In How Life Imitates the World Series, Dave Bosewell tells a story about Earl Weaver, former manager of the Baltimore Orioles. Sports fans will enjoy how he handled star Reggie Jackson.
Weaver had a rule that no one could steal a base unless given the steal sign. This upset Jackson because he felt he knew the pitchers and catchers well enough to judge who he could and could not steal off of. So one game he decided to steal without a sign.
He got a good jump off the pitcher and easily beat the throw to second base. As he shook the dirt off his uniform, Jackson smiled with delight, feeling he had vindicated his judgment to his manager.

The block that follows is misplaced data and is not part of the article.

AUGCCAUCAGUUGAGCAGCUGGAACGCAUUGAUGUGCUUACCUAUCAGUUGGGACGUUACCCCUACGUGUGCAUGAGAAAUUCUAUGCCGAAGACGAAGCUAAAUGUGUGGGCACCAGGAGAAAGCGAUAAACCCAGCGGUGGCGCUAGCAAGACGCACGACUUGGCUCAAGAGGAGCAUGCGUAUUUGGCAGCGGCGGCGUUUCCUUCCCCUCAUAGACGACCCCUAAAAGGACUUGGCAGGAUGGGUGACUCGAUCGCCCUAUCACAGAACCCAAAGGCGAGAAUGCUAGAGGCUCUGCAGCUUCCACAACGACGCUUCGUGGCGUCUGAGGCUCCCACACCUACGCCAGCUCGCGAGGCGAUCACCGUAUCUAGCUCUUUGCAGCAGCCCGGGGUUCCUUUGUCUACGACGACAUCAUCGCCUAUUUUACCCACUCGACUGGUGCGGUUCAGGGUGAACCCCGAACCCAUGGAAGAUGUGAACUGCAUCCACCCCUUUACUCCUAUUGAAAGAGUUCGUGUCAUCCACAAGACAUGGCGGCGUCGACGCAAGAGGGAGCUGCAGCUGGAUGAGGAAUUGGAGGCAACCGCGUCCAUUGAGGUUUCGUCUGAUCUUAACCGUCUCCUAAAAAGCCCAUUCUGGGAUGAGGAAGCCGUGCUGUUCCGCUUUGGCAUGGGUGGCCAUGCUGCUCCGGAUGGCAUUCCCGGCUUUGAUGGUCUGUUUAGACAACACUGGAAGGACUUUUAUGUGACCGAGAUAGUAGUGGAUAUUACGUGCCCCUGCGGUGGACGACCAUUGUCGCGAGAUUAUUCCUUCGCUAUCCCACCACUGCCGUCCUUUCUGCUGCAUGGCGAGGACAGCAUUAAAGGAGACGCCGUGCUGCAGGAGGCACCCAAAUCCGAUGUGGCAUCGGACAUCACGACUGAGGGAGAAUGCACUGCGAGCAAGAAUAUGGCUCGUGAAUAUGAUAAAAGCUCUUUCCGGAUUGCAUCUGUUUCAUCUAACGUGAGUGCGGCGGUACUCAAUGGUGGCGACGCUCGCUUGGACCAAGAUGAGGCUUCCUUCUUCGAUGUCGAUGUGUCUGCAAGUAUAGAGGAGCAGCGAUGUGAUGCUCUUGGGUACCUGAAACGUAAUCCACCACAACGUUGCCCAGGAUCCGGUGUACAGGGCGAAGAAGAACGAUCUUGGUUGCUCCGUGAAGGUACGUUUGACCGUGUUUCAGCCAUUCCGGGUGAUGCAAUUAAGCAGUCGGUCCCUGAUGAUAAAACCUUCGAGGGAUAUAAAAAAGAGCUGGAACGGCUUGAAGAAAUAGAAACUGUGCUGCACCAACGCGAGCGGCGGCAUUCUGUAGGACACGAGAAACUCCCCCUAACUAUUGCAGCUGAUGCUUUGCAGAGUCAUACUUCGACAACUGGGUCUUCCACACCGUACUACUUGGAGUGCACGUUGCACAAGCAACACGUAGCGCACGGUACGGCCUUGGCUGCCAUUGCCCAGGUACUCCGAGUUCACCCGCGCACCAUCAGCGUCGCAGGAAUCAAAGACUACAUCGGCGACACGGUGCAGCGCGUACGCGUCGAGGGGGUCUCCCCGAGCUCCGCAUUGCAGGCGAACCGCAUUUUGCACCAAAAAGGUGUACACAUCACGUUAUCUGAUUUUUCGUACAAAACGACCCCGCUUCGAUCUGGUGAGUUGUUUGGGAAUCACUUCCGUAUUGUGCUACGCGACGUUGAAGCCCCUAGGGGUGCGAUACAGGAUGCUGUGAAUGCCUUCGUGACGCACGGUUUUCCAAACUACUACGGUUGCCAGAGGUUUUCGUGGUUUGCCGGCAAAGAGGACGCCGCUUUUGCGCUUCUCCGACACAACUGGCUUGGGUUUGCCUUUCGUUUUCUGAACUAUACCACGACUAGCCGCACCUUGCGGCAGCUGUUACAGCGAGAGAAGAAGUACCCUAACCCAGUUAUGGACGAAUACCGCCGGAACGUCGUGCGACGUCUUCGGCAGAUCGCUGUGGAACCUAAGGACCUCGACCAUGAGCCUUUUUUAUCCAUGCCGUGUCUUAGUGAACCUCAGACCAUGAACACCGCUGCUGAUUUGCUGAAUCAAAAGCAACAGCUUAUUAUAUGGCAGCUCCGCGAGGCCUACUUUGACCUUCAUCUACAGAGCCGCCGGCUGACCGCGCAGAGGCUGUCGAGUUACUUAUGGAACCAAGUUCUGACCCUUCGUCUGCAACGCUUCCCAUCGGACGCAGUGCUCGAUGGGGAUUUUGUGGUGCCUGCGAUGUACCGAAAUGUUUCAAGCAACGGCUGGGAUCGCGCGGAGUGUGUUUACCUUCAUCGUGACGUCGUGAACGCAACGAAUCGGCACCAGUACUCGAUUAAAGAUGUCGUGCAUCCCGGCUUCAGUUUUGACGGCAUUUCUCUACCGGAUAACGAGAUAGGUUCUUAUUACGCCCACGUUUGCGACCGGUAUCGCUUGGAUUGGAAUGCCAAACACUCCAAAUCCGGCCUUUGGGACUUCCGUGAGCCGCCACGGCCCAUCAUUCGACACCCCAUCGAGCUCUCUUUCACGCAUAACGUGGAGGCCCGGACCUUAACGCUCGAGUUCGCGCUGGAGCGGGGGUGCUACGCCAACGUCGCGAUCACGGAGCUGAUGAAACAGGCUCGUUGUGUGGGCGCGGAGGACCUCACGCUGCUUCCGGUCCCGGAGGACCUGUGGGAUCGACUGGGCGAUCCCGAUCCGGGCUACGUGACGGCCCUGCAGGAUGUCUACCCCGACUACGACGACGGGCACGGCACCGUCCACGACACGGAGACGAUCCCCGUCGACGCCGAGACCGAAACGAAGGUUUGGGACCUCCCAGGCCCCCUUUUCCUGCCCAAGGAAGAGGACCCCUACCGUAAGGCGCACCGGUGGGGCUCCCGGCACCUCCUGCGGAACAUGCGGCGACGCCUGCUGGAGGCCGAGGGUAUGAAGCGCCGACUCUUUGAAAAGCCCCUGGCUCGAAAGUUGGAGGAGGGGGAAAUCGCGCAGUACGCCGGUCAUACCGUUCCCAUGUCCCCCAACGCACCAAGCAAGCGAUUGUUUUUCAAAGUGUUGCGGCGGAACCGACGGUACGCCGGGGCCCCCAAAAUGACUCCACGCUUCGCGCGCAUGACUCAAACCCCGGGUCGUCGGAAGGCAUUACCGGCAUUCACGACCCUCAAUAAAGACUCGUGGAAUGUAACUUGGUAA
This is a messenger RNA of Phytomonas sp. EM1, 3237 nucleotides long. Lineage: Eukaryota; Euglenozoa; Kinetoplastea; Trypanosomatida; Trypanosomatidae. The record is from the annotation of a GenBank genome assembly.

Later Weaver took Jackson aside and explained why he hadn't given the steal sign. First, the next batter was Lee May, his best power hitter other than Jackson. When Jackson stole second, first base was left open, so the other team walked May intentionally, taking the bat out of his hands.
Second, the following batter hadn't been strong against that pitcher, so Weaver felt he had to send up a pinch hitter to try to drive in the men on base. That left Weaver without bench strength later in the game when he needed it.
The problem was, Jackson saw only his relationship to the pitcher and catcher. Weaver was watching the whole game.
We, too, see only so far, but God sees the bigger picture. When he sends us a signal, it's wise to obey, no matter what we may think WE know.
- Marty Masten